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bug#36729: 27.0.50; Unclear total in directory listing


From: Mattias Engdegård
Subject: bug#36729: 27.0.50; Unclear total in directory listing
Date: Sun, 21 Jul 2019 20:36:15 +0200

21 juli 2019 kl. 16.29 skrev Eli Zaretskii <address@hidden>:
> 
> (Your reaction seems to imply that I said something silly.  Did I?)

Absolutely not, your comment was most reasonable. It was just my honest 
reaction of exasperation for not being able to fix such a stupid detail 
properly.

> Your original report was about the unclear units of the value, so a
> useful clarification would be to tell something about those units.
> That is what I had in mind when I suggested a doc clarification.

Quite, but while we could write that the value might be this or that, it 
wouldn't actually help the user unless he or she is so well-informed that no 
explanation is needed. As we all know, good design should not need explaining.

> We already have ls-lisp.el.  It isn't used on platforms where 'ls' is
> available because AFAIK using 'ls' is faster.

Is that is still noticeable on modern systems, or just for very big and/or 
recursive listings?

I understand the history behind Dired's design: at one point in time, using the 
system `ls' was not only a way to re-use existing system software, but also 
gave performance advantages as well as presenting the information in a familiar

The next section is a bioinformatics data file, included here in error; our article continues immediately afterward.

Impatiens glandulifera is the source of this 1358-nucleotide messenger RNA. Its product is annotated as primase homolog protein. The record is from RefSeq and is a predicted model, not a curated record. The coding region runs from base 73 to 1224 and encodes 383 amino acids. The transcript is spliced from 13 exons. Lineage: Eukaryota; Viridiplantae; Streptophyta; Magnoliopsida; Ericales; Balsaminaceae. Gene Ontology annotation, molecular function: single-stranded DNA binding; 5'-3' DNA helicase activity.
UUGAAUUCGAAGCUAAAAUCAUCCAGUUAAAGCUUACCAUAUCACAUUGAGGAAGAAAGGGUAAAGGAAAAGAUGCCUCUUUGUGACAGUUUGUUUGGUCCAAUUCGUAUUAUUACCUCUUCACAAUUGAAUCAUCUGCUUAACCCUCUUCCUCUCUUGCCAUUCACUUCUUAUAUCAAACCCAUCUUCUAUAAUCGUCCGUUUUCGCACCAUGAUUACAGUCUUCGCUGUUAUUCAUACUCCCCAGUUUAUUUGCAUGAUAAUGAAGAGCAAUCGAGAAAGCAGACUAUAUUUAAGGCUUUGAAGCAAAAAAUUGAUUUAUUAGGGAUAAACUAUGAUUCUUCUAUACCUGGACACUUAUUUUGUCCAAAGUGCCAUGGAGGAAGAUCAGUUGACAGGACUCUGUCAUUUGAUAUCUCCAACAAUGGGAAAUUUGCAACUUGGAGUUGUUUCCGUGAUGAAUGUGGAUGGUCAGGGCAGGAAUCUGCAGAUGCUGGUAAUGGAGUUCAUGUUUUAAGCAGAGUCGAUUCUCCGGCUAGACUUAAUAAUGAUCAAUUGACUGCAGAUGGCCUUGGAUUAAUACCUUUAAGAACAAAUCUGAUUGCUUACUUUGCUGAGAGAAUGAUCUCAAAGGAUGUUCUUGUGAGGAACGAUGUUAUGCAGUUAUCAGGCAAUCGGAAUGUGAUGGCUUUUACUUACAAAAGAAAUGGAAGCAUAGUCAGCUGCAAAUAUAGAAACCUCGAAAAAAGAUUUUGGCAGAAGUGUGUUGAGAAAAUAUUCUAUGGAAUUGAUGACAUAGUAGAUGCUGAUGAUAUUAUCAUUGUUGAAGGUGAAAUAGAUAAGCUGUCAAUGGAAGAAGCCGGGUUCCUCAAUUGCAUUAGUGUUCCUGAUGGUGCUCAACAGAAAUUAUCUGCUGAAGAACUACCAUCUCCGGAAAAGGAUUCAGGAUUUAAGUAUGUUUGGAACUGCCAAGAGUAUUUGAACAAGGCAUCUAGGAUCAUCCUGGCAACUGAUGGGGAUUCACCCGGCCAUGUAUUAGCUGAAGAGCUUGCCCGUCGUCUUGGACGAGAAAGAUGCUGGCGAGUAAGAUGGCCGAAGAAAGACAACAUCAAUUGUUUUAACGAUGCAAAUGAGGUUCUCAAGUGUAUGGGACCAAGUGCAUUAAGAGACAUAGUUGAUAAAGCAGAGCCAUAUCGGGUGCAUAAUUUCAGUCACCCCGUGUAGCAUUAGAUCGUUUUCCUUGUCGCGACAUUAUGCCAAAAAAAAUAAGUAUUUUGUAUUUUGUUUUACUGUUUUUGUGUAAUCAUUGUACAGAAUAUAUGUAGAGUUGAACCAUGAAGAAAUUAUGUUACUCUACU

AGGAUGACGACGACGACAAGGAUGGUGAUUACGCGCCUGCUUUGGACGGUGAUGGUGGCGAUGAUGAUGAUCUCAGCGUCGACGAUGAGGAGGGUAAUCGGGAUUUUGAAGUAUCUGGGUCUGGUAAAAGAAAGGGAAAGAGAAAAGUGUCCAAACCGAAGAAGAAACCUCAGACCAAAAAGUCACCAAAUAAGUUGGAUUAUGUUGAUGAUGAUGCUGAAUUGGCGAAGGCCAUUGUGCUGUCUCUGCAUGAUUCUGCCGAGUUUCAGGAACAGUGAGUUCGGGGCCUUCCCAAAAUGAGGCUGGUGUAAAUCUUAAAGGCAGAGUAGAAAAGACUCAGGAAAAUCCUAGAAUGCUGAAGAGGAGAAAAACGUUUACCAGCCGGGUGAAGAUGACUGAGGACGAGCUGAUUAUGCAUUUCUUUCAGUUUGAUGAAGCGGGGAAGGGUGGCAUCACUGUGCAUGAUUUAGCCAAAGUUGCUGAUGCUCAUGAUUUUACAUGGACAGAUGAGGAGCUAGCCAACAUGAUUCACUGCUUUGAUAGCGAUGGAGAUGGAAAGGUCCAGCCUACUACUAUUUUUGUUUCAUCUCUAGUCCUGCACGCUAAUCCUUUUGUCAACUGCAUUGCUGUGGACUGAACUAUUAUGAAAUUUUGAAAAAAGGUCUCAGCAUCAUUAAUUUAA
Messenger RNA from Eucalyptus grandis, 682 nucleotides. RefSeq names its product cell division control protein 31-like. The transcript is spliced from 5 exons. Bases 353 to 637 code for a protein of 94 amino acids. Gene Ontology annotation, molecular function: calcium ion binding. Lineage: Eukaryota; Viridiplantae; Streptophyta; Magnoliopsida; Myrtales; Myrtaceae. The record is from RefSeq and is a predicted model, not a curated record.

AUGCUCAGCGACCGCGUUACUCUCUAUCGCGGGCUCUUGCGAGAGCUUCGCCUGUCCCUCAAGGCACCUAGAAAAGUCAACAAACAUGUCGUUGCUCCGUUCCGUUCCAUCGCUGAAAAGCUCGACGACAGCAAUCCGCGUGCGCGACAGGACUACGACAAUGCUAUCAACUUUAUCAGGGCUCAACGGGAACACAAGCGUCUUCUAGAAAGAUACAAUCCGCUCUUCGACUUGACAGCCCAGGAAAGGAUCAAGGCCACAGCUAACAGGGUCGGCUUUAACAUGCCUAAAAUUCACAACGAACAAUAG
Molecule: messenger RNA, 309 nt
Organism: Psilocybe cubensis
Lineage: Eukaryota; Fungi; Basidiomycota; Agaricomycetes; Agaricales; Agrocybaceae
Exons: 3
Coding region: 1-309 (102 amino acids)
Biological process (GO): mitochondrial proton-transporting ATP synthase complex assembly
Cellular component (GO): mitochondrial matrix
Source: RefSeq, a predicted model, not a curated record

way. In addition, the `ls' output was more or less identical everywhere, making 
it easy to parse (no localisation, no Unicode, no MS-DOS, no fancy GNU or BSD 
options).

The `ls -l' format, in turn, hasn't changed perceptibly for 40 years, give or 
take a few -- not because it was perfect from the start but because nobody 
dared breaking scripts and shell pipelines for minor usability advantages.

Thus we are stuck with silly design elements like:
- major structure indicated with a discrete 'd' in column 1
- less-important stuff like the link count and group name prominently displayed
- the file name itself relegated to the very end as if an afterthought, often 
going past the margin
- disk usage counted in 512-byte physical disk sectors (but not including 
subdirectories, that would be too useful)
- timestamp parts separated in columns equal in importance to other attributes
- directory 'size' column almost completely useless
- little support for file system improvements since 1975

We can do better, while retaining the old format for those who have grown too 
accustomed to it (not meant as pejorative).
It's just not what I had planned for in order to fix this bug.






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